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New York is the safest big city in America. But gun violence and crime are still destroying families and undermining communities. The Council has taken critical steps to make sure more New Yorkers are safe.

To keep our streets safe and encourage community-based policing, the Council successfully fought for 1,297 new police officers in last year’s budget. We also used our oversight authority to push for appropriate police training and retraining after the tragic death of Eric Garner, proving that support for the police and reform can go hand in hand.

We have also supported our law enforcement officers by allocating $7.3 million for new bulletproof vests and increased capital funding to renovate three precincts (40th precinct, Brooklyn North, and the 13th Precinct).

The Council continued its support of the Anti-Gun Violence Initiative by adding $8.8 million this fiscal year to 17 neighborhoods with the highest incidences of gun violence. The Council and the Administration have invested a total of $19.9 million to provide a comprehensive and community-based approach to addressing gun violence. The wrap-around services include cure violence programs, community therapeutic services, school based conflict mediation, legal services, youth employment, job readiness training, arts programing, and a peer leadership committee.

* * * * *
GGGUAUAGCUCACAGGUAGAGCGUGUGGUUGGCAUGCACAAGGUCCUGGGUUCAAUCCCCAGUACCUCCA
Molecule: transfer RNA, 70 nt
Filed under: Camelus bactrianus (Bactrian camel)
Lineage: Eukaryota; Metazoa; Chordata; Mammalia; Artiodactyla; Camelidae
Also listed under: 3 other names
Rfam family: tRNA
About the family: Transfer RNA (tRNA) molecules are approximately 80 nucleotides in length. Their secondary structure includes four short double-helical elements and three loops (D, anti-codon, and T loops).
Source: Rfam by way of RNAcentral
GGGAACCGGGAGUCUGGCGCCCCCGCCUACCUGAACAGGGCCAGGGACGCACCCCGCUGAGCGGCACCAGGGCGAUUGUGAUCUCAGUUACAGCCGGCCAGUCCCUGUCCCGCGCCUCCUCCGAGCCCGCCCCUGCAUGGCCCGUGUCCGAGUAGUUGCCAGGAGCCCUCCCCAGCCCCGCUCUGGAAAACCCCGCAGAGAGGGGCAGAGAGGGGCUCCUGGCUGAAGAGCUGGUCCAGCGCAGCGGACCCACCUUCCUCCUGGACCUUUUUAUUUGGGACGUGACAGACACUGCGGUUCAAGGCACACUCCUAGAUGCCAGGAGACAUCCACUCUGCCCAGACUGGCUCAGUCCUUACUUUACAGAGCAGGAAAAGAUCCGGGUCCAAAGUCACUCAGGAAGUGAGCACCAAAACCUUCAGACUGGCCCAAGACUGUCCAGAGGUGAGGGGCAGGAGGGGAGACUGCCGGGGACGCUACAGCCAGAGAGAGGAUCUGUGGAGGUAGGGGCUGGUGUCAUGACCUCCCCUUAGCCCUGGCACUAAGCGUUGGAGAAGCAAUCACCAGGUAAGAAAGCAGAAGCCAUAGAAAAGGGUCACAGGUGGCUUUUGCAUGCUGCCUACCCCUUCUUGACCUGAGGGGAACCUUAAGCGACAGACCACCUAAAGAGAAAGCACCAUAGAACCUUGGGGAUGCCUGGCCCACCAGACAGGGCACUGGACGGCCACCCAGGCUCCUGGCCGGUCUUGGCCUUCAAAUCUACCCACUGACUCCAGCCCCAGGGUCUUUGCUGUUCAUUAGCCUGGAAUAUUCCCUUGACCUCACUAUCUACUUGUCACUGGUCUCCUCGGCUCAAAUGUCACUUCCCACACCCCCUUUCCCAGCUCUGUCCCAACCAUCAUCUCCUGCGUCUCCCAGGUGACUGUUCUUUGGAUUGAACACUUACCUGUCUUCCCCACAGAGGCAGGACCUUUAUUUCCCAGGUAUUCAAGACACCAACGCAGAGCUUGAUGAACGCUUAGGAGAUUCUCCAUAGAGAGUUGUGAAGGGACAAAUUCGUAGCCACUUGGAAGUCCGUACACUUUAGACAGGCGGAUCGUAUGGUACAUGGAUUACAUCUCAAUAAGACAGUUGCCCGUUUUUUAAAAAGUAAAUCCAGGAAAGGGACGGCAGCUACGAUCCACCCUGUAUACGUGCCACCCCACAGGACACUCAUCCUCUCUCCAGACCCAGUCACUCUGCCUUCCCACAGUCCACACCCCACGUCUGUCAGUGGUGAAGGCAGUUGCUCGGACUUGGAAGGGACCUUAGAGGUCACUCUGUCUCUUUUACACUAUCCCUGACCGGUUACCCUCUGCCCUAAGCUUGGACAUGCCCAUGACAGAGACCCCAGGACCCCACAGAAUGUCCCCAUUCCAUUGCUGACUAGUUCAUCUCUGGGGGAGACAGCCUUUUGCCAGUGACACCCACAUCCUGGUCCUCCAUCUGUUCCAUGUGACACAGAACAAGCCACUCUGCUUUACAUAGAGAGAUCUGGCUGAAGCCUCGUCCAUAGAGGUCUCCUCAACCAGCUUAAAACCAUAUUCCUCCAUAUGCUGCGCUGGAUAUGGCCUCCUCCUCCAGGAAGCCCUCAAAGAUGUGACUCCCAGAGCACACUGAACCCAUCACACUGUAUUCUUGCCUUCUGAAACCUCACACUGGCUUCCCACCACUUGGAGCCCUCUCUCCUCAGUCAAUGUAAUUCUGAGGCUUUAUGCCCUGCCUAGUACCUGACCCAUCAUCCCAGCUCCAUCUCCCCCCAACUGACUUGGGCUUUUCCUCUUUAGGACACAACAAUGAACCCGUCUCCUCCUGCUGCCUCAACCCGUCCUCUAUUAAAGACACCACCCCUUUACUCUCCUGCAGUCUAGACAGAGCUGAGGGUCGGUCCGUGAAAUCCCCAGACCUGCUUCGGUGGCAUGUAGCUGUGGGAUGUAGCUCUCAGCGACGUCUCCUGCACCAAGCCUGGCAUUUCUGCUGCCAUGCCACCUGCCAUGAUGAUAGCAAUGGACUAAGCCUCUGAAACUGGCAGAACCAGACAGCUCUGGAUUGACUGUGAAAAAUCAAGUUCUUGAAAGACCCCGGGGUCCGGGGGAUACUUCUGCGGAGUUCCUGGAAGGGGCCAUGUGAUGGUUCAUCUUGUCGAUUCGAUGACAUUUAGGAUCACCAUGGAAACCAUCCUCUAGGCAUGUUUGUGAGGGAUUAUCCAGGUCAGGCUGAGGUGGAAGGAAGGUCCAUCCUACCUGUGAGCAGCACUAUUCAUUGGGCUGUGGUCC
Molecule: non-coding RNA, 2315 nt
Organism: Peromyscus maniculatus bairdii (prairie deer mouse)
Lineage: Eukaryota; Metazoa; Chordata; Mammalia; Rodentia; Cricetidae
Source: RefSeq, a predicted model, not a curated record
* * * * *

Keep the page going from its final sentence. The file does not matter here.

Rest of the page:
We increased funding by $18.9 million for our district attorneys’ offices to ensure our prosecutors have the resources they need to combat crime. In addition, we allocated $750,000 to support victims of human trafficking.

Synthetic cannabinoids, more commonly known by street names like “K2” or “spice,” have hit our streets hard and are causing significant health problems for many users, including hospitalizations. While synthetic cannabinoids are illegal, manufacturers have found and exploited numerous legal loopholes to keep their products on the street. Last year, we passed three bills that crack down on businesses caught selling synthetic cannabinoids, providing for both criminal and civil penalties, while not criminalizing users themselves.

Finally, we proposed reforming our broken summons system to reduce penalties for low-level, nonviolent offenses. By doing so, we moved to create a proportional system in which the punishment fits the crime.